I didn’t cache or hike for almost 2 months. Then at a biometric screening to apply for an insurance discount I was classified as “OBESE.” I got the first time participation discount but won’t qualify next year unless I’m less rotund. So I re-started doing the only exercise that I enjoy, cache/hiking. On the 4th I drove down the Camarillo Grade to PCH and found 6 easy park-&-grab caches.
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At the Ray Miller Trailhead parking lot in Point Mugu State Park I immediately saw that the popular La Jolla Canyon Trail was still closed due to last year’s rock/mud slides. (‘aerial’ photos later) Possible penalties for being caught on that trail were posted as expulsion, citation and arrest. Still, hikers and dog walkers ignored the sign and walked in.
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But my destination was a hike in the other direction, toward PCH and the beach.
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Here’s the trailhead that I’d never noticed on previous visits. It was probably overgrown and hidden before the 2013 Spring Fire. Though I didn’t encounter another hiker all day, there were many footprints. And I’m still not convinced that it’s an official trail.
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The initial climb was rock strewn and very steep. Here’s the view South along PCH. Note ‘The Great Sand Dune’ in the background and that no beachgoers were in the water. California tourism officials probably don’t want potential visitors to know that So Cal beaches in summer are often overcast. And the ocean is COLD.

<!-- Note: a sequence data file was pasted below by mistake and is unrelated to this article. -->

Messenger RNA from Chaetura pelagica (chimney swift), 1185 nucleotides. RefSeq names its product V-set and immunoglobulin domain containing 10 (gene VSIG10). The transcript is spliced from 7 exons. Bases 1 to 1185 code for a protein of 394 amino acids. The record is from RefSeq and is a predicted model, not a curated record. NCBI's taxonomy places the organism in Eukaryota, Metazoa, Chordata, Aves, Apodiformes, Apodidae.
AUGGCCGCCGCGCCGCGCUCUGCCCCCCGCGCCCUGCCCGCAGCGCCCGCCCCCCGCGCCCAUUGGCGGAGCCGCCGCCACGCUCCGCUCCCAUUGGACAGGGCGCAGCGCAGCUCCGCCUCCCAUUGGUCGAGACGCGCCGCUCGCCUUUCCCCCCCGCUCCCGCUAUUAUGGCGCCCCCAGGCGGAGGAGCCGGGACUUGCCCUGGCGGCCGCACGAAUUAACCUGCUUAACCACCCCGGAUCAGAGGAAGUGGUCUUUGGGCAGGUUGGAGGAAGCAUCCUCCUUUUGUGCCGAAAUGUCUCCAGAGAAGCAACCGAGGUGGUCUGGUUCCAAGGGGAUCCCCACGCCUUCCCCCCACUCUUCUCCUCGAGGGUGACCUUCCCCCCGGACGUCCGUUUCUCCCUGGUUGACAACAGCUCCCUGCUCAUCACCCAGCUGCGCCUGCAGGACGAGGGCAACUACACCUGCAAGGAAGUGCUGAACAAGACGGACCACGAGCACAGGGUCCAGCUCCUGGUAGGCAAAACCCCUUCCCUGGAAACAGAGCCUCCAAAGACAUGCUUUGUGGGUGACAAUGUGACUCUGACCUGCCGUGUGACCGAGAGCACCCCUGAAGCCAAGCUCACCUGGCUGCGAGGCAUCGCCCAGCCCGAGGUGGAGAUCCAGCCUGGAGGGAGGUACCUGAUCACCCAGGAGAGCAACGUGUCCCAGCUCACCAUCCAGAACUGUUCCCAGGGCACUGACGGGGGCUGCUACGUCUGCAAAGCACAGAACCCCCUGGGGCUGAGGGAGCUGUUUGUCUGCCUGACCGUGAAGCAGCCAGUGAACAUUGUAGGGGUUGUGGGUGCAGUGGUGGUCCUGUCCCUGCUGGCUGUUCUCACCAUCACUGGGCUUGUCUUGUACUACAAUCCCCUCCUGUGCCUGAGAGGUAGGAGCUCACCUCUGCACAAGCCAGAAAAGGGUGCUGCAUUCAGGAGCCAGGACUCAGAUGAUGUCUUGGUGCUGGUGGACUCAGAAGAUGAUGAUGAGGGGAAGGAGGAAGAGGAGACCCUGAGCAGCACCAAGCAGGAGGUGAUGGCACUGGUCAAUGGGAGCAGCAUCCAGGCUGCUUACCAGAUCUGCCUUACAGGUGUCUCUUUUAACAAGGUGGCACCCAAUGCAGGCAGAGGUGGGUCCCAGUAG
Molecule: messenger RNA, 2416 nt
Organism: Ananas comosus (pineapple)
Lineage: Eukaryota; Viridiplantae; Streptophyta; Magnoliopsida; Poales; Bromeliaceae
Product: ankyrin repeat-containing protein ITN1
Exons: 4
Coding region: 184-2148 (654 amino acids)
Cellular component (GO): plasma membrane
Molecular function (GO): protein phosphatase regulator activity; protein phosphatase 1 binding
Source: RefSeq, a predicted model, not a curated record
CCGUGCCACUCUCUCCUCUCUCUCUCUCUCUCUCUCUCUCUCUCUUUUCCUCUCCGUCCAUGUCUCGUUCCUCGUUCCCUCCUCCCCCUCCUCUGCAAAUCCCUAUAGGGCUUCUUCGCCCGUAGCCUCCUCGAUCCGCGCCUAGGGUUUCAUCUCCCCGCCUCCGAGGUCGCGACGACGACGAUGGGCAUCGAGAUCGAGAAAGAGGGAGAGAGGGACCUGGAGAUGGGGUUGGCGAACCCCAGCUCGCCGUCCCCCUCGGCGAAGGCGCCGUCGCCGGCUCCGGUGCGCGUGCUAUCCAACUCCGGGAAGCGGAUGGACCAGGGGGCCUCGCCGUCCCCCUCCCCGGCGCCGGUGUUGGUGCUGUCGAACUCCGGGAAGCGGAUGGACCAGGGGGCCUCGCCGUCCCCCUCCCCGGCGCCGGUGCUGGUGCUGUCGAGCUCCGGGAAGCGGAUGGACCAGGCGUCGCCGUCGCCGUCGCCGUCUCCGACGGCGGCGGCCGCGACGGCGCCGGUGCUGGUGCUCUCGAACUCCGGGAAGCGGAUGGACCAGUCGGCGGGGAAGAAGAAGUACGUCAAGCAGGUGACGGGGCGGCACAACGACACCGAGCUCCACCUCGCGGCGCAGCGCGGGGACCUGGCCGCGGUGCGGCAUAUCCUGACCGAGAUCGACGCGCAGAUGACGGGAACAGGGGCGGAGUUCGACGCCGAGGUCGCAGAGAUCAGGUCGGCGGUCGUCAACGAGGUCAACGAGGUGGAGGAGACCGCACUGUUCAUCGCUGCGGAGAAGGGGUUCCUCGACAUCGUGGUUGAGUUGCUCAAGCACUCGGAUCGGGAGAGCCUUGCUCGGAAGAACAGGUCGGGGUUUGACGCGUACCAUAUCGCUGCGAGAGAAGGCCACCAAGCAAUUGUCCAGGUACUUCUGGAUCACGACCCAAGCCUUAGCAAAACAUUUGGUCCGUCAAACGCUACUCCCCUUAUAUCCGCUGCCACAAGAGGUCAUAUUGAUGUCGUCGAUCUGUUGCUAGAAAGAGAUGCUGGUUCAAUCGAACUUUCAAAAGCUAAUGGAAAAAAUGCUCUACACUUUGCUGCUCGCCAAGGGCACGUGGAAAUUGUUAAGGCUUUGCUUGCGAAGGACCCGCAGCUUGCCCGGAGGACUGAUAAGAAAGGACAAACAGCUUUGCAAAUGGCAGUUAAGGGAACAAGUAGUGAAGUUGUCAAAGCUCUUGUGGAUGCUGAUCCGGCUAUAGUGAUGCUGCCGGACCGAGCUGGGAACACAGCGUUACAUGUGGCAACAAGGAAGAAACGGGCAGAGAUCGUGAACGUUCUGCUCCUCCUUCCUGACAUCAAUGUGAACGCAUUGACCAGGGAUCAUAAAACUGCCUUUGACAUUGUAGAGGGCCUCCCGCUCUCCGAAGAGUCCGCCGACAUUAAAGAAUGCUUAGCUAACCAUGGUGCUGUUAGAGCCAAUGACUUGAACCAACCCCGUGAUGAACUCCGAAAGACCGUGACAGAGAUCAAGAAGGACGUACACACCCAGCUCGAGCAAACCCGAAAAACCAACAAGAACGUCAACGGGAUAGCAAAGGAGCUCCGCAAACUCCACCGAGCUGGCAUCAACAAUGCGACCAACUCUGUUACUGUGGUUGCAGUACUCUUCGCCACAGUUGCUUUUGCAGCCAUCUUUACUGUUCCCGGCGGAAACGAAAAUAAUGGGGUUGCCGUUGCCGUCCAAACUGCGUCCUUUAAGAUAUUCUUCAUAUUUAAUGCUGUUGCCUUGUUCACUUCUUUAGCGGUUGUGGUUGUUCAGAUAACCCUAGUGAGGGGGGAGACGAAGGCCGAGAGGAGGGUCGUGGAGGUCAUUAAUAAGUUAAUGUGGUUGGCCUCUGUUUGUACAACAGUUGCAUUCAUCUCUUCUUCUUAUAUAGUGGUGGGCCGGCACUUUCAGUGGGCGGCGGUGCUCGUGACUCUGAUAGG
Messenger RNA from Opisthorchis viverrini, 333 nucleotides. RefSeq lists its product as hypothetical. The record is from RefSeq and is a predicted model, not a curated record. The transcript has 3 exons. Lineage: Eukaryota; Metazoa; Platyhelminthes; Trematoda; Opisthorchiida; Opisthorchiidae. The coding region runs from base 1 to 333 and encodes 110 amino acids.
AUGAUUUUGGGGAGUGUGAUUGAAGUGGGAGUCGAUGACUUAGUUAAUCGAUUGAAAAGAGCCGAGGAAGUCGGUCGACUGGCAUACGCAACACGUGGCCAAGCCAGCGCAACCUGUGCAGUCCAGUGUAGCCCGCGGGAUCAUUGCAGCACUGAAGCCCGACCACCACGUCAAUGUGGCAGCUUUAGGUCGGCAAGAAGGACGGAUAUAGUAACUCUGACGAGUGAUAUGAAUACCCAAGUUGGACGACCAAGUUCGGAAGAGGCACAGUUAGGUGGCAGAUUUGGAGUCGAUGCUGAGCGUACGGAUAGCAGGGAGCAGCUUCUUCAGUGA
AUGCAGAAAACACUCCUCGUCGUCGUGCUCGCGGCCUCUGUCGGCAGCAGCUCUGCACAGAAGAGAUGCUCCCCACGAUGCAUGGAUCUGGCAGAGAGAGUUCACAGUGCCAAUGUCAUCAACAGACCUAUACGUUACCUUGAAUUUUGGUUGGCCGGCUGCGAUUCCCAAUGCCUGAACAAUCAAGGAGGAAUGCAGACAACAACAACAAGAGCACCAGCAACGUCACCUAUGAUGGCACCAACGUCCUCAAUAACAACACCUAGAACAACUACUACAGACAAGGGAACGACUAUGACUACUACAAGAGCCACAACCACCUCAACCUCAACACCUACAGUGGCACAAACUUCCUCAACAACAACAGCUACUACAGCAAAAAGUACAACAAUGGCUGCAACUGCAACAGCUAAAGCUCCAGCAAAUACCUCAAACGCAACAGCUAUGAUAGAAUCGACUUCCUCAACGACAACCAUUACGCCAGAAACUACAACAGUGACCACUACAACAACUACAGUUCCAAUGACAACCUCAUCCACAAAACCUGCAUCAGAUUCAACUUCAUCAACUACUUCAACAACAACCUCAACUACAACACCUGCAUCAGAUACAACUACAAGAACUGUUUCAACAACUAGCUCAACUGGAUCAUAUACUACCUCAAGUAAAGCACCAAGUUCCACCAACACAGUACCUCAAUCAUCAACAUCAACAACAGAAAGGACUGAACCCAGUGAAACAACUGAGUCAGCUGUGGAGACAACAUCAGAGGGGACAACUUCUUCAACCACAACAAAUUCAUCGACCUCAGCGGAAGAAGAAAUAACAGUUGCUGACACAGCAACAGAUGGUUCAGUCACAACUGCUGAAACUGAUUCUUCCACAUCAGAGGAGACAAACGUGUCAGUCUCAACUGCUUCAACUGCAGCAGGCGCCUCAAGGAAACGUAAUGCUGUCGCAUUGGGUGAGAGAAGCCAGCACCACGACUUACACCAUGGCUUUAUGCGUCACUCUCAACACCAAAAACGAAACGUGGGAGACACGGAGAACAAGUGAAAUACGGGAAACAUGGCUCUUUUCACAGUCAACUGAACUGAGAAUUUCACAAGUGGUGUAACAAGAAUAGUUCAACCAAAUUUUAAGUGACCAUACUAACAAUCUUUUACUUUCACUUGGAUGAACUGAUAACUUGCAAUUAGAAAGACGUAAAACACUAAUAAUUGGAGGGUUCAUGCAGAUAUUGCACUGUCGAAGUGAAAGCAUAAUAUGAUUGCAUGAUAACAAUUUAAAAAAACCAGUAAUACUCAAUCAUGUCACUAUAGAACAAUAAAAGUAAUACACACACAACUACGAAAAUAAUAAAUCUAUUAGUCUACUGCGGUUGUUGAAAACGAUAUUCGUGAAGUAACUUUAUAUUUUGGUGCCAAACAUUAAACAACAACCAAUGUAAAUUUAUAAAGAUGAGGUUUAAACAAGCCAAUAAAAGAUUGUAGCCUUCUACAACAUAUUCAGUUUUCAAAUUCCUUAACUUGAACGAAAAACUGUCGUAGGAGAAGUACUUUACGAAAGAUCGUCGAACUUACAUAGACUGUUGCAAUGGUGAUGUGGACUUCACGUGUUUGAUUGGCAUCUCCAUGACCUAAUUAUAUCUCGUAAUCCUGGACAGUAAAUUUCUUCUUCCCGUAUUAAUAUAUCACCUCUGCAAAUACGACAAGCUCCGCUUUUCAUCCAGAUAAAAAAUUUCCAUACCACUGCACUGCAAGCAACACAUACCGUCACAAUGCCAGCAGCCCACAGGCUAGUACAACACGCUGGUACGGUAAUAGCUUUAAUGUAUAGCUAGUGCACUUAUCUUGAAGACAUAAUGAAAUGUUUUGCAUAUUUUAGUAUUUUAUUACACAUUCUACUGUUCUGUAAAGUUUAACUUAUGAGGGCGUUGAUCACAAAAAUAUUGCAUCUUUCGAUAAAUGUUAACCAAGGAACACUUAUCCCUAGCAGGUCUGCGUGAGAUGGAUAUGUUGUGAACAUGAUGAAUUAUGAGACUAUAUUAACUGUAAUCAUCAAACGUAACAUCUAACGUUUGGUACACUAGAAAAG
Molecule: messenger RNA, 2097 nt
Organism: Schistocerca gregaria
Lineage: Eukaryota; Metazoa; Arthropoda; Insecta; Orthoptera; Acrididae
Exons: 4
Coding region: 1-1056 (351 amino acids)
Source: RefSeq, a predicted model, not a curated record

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The trail continued on a ridgeline with a drop off on both sides. I knew that a sudden blast of cold ocean air could send me flying over, rolling through cactus to the bottom. So it was a relief when the still steep trail grew wider shoulders.
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The inland (N) view from First Flateau (GC4T1ZX) showed the rock/mud slides on the closed La Jolla Canyon trail.
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This is a closeup near the top arrow. It’s what’s left of the waterfall and the trail going across and above. It doesn’t look like it’s going to be passable anytime soon.
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Back to caching…
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The last of the 4 trail caches was here. I found it by geosense because the coordinates bounced weirdly, more than I’ve ever seen.

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Instead of continuing on (& upward) to Mugu Peak which I’d already visited via another trail, I turned around. On the way back I sat on a very flat rock to appreciate the view.
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The inbound hike was a 750’ climb in 1.4 miles, unexpectedly easy for me despite being “obese.” Trekking poles are recommended, especially for the downhill return trip. Note to Spinal Tap cachers, from the same parking lot the BBT western terminus trailhead and the trail itself are open.